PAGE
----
The Passion Paradox – A Response

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I am writing this article, in response to great article written by Lisis over at Quest For Balance

To give my summary of the article by Lisis:  she was saying that too many people are advocating that we should follow our passion and the money will follow.   Lisis' analogy of the people who write about giving up the day job to pursue our passion is: 'Snake oil salesmen.'

monetize_passionShe made some great points about how making money from our passion is hard work and that we still need business acumen to make it a business and make money from it.   Lisis goes on to explain that being deeply passionate about something doesn't equate to it being a viable income source and that these 'snake oil salesmen' can be dangerous leading us to believe that it's not okay to have a traditional job and we should go out and leave our jobs and work the 4 hour week.

This is a great article and I can totally see Lisis' point of view.   I have my own thoughts on what the 'snake oil salesman' is really saying:

'If you're unhappy with your job there is another way to make money'.

They are speaking to one type of person.

Two types of people

(S)He is speaking to a few people, not everyone, just a comparative few who think 'I don't like following the rest of the crowd.   I want to make it on my own, I want to set my own hours, I want to make my work contribution count, I want to say 'I made a difference in the world.'   Yes you can make a difference in the world working a 9-5 job, but the people who don't want the 9-5 job feel they are not making a difference which is part of the reason they want to follow their passion and their dream of going it alone.

Now, there are very few people in the world like this, most people are happy with their jobs and that's great.   The world needs the two types of people: the person who likes making a difference in the world and getting paid by an employer at the end of each month, and also the person who says 'No! I don't want to be part of the machine, I want to build my own machine.' The likes of: Bill Gates, Seth Godin, Richard Branson, Eben Pagan, Michael Dell, Leo Babauta, Darren Rowse etc

It's not being unrealistic to have a goal like this, however, what is being unrealistic is to think that it can happen overnight and that it's easy.   The ones who give up their day jobs in pursuit of the dream without having tested their theories are the ones who will fail miserably and they are also the ones who were laughed at when they bought the snake oil to cure their baldness or make them more attractive to women.

The ones who have a day job and transition over to making their passion their main income are the ones who know there is a market for their work, they have a bit of money to fall back onto should it not work out, they have more income from their passion than they do their day job, they have a business plan, they have the business sense to make it work.   They will also, more than likely, have someone behind them, their partner, who is bringing in money to support the transition.

The School Funneling System

Quitting the rat race is a phrase I hear a lot and it's about empowering oneself, saying to everybody I don't have to have a traditional job to make a contribution to the world, and I don't want to be a sheep.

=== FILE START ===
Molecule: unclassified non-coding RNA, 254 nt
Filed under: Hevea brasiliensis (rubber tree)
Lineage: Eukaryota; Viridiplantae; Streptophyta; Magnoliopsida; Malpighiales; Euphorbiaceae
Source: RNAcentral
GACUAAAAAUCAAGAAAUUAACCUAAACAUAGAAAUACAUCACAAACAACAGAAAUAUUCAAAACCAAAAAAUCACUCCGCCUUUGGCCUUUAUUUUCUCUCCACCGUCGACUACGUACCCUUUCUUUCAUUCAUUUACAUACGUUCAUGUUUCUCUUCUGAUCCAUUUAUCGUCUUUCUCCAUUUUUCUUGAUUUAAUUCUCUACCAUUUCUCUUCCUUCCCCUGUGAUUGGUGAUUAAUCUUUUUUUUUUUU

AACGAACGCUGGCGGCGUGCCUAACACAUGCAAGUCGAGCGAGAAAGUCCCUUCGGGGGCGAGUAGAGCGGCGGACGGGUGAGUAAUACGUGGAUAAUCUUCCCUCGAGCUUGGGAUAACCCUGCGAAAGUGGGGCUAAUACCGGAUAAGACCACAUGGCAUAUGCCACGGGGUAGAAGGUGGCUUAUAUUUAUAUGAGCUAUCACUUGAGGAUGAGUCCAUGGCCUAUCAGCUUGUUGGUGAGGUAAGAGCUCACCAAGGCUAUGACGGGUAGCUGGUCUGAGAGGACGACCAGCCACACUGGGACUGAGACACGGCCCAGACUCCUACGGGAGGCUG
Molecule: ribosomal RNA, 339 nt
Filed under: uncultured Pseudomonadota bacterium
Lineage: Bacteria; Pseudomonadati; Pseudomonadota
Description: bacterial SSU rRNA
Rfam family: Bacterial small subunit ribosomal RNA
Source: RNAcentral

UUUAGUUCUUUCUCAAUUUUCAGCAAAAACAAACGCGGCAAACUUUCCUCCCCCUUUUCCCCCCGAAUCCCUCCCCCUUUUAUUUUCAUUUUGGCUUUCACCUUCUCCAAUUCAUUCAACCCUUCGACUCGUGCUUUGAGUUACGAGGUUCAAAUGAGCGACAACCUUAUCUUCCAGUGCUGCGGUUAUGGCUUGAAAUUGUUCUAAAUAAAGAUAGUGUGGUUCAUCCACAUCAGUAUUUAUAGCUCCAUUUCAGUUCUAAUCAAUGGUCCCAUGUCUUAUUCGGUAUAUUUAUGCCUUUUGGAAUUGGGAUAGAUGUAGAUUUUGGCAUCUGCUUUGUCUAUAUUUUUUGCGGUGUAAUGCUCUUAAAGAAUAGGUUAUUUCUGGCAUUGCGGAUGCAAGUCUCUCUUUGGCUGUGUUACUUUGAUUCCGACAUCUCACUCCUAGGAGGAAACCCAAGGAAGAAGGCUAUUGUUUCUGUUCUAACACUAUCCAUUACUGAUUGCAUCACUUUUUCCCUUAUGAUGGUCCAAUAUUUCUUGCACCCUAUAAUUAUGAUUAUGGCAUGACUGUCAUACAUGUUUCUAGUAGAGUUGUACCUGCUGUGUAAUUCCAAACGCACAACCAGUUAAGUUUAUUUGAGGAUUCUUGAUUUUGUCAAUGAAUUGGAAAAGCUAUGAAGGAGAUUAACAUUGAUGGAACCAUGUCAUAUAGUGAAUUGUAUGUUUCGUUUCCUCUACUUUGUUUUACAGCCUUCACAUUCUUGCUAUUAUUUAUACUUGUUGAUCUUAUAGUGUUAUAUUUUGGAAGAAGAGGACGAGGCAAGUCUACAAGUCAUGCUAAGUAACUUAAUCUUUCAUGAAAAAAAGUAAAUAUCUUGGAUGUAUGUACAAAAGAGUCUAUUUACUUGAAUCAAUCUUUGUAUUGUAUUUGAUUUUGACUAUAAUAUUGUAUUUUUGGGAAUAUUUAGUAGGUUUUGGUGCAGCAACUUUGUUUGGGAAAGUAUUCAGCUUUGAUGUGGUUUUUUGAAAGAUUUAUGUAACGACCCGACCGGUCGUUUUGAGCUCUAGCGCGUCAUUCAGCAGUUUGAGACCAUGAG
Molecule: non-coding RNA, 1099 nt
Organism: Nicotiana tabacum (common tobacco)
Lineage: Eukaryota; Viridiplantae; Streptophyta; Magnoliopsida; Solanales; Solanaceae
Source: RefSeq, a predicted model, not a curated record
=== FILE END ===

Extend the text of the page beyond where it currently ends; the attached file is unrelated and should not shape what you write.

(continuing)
The reason traditional jobs, in the western society,   are so popular is because we are funneled into them and slotted into jobs like a jigsaw piece, according to our grades at school and how much money our parents had.      The schooling system breeds little cogs that will fit nicely into society and that can do jobs according to abilities and grades at school.

The problem with this is that the school system teaches us to be cogs, they don't teach us to be free thinkers and think about the alternatives in life, it's all about 'Get good grades, you'll get a good job'.   They don't teach us entrepreneurship, business skills, writing a business plan and all the other skills we need to make a business of our own.   They also emphasis left brain thinking and leave right brain thinking to a few token classes like art, philosophy, drama studies, and even these classes are left brain structured.

Now I can hear you say that a lot of schools are teaching business skills and how to run a business and all the skills needed, yes you are right but how many of these schools are privately funded?


To end this little rant, I would like to say that making money from your passion, and the people who advocate this way of living, is an alternative.   It's an attractive alternative to a lot of people but you definitely need more than having a passion to make it, you need marketing skills, business skills, accounting skills, networking skills etc. Is it a viable alternative? without a doubt yes.   Is it okay to have a traditional job and be happy? without a doubt yes.

When you are in the mindset that you want to work for yourself and follow your dream I don't think it is feasible to say 'Love what you do', there needs to come a point when you have everything you need behind you, all the skills, the money pot etc and just go for it, if it fails, at least you can say I went for it.

I would like to thank Lisis and Alison for the inspiration for this rant 🙂   check out their blog Quest For Balance for more thought provoking articles.

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About the author

Steven Aitchison

Steven Aitchison is the author of The Belief Principle and an online trainer teaching personal development and online business.  He is also the creator of this blog which has been running since August 2006.